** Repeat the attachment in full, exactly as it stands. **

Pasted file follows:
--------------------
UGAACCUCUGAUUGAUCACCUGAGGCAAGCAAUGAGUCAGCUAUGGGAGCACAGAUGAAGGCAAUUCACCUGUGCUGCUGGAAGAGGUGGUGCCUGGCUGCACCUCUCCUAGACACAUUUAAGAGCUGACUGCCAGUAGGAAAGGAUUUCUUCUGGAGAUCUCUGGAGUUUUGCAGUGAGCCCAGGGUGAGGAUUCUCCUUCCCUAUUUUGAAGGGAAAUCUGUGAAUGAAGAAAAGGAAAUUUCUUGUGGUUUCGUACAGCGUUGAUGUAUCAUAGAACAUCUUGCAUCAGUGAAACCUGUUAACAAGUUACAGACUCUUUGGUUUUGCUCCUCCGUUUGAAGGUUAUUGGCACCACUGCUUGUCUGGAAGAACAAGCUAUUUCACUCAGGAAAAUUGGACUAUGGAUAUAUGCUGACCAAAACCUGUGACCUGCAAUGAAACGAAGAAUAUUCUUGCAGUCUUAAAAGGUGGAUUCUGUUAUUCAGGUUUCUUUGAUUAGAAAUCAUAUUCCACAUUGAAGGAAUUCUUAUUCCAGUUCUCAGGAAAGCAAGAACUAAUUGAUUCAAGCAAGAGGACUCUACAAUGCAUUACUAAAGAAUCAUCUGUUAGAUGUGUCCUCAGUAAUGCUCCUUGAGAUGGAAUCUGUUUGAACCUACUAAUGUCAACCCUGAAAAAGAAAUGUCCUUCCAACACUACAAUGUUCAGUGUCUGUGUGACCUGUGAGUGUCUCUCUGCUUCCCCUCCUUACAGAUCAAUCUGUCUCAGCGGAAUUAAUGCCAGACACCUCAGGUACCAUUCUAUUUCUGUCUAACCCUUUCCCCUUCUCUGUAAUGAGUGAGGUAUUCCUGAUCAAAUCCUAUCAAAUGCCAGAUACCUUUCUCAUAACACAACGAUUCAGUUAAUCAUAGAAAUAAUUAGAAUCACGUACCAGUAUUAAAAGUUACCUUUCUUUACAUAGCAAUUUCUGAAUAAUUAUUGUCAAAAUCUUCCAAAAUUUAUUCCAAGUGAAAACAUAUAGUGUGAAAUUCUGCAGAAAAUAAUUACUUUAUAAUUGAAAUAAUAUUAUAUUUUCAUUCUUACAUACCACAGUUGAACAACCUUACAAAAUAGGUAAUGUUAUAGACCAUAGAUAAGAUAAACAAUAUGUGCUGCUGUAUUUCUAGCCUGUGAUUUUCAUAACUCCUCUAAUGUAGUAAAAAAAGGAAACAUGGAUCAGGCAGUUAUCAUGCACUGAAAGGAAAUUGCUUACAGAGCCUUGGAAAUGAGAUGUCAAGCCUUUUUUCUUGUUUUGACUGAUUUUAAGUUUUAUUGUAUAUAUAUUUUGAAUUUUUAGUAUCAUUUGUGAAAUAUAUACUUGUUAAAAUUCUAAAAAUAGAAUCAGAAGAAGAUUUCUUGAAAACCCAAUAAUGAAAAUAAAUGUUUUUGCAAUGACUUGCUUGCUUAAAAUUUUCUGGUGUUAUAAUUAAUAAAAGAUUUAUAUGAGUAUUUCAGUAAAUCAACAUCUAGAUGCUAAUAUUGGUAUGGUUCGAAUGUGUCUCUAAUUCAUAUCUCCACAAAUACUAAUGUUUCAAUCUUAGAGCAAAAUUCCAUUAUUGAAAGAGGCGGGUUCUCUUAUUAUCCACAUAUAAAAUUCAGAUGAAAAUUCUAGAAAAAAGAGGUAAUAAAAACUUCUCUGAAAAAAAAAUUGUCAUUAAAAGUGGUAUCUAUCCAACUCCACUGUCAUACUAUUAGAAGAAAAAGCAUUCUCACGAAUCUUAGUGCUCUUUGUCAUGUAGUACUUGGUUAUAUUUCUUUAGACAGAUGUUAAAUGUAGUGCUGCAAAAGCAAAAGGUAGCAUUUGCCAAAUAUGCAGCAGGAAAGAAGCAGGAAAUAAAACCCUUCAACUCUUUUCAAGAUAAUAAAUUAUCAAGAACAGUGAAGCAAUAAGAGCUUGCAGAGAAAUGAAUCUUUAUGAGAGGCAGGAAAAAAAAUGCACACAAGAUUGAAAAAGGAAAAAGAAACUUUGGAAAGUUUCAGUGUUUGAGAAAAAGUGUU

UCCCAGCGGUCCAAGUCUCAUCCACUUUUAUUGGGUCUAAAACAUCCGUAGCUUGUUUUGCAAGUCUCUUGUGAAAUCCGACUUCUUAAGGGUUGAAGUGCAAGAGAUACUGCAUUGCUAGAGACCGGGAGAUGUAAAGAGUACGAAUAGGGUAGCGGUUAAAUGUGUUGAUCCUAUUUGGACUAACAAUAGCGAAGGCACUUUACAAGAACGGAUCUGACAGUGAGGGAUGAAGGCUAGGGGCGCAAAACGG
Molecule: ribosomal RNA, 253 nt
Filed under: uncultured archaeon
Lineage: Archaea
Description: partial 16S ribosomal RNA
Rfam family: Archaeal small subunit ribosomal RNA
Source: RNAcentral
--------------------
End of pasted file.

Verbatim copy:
UGAACCUCUGAUUGAUCACCUGAGGCAAGCAAUGAGUCAGCUAUGGGAGCACAGAUGAAGGCAAUUCACCUGUGCUGCUGGAAGAGGUGGUGCCUGGCUGCACCUCUCCUAGACACAUUUAAGAGCUGACUGCCAGUAGGAAAGGAUUUCUUCUGGAGAUCUCUGGAGUUUUGCAGUGAGCCCAGGGUGAGGAUUCUCCUUCCCUAUUUUGAAGGGAAAUCUGUGAAUGAAGAAAAGGAAAUUUCUUGUGGUUUCGUACAGCGUUGAUGUAUCAUAGAACAUCUUGCAUCAGUGAAACCUGUUAACAAGUUACAGACUCUUUGGUUUUGCUCCUCCGUUUGAAGGUUAUUGGCACCACUGCUUGUCUGGAAGAACAAGCUAUUUCACUCAGGAAAAUUGGACUAUGGAUAUAUGCUGACCAAAACCUGUGACCUGCAAUGAAACGAAGAAUAUUCUUGCAGUCUUAAAAGGUGGAUUCUGUUAUUCAGGUUUCUUUGAUUAGAAAUCAUAUUCCACAUUGAAGGAAUUCUUAUUCCAGUUCUCAGGAAAGCAAGAACUAAUUGAUUCAAGCAAGAGGACUCUACAAUGCAUUACUAAAGAAUCAUCUGUUAGAUGUGUCCUCAGUAAUGCUCCUUGAGAUGGAAUCUGUUUGAACCUACUAAUGUCAACCCUGAAAAAGAAAUGUCCUUCCAACACUACAAUGUUCAGUGUCUGUGUGACCUGUGAGUGUCUCUCUGCUUCCCCUCCUUACAGAUCAAUCUGUCUCAGCGGAAUUAAUGCCAGACACCUCAGGUACCAUUCUAUUUCUGUCUAACCCUUUCCCCUUCUCUGUAAUGAGUGAGGUAUUCCUGAUCAAAUCCUAUCAAAUGCCAGAUACCUUUCUCAUAACACAACGAUUCAGUUAAUCAUAGAAAUAAUUAGAAUCACGUACCAGUAUUAAAAGUUACCUUUCUUUACAUAGCAAUUUCUGAAUAAUUAUUGUCAAAAUCUUCCAAAAUUUAUUCCAAGUGAAAACAUAUAGUGUGAAAUUCUGCAGAAAAUAAUUACUUUAUAAUUGAAAUAAUAUUAUAUUUUCAUUCUUACAUACCACAGUUGAACAACCUUACAAAAUAGGUAAUGUUAUAGACCAUAGAUAAGAUAAACAAUAUGUGCUGCUGUAUUUCUAGCCUGUGAUUUUCAUAACUCCUCUAAUGUAGUAAAAAAAGGAAACAUGGAUCAGGCAGUUAUCAUGCACUGAAAGGAAAUUGCUUACAGAGCCUUGGAAAUGAGAUGUCAAGCCUUUUUUCUUGUUUUGACUGAUUUUAAGUUUUAUUGUAUAUAUAUUUUGAAUUUUUAGUAUCAUUUGUGAAAUAUAUACUUGUUAAAAUUCUAAAAAUAGAAUCAGAAGAAGAUUUCUUGAAAACCCAAUAAUGAAAAUAAAUGUUUUUGCAAUGACUUGCUUGCUUAAAAUUUUCUGGUGUUAUAAUUAAUAAAAGAUUUAUAUGAGUAUUUCAGUAAAUCAACAUCUAGAUGCUAAUAUUGGUAUGGUUCGAAUGUGUCUCUAAUUCAUAUCUCCACAAAUACUAAUGUUUCAAUCUUAGAGCAAAAUUCCAUUAUUGAAAGAGGCGGGUUCUCUUAUUAUCCACAUAUAAAAUUCAGAUGAAAAUUCUAGAAAAAAGAGGUAAUAAAAACUUCUCUGAAAAAAAAAUUGUCAUUAAAAGUGGUAUCUAUCCAACUCCACUGUCAUACUAUUAGAAGAAAAAGCAUUCUCACGAAUCUUAGUGCUCUUUGUCAUGUAGUACUUGGUUAUAUUUCUUUAGACAGAUGUUAAAUGUAGUGCUGCAAAAGCAAAAGGUAGCAUUUGCCAAAUAUGCAGCAGGAAAGAAGCAGGAAAUAAAACCCUUCAACUCUUUUCAAGAUAAUAAAUUAUCAAGAACAGUGAAGCAAUAAGAGCUUGCAGAGAAAUGAAUCUUUAUGAGAGGCAGGAAAAAAAAUGCACACAAGAUUGAAAAAGGAAAAAGAAACUUUGGAAAGUUUCAGUGUUUGAGAAAAAGUGUU

UCCCAGCGGUCCAAGUCUCAUCCACUUUUAUUGGGUCUAAAACAUCCGUAGCUUGUUUUGCAAGUCUCUUGUGAAAUCCGACUUCUUAAGGGUUGAAGUGCAAGAGAUACUGCAUUGCUAGAGACCGGGAGAUGUAAAGAGUACGAAUAGGGUAGCGGUUAAAUGUGUUGAUCCUAUUUGGACUAACAAUAGCGAAGGCACUUUACAAGAACGGAUCUGACAGUGAGGGAUGAAGGCUAGGGGCGCAAAACGG
Molecule: ribosomal RNA, 253 nt
Filed under: uncultured archaeon
Lineage: Archaea
Description: partial 16S ribosomal RNA
Rfam family: Archaeal small subunit ribosomal RNA
Source: RNAcentral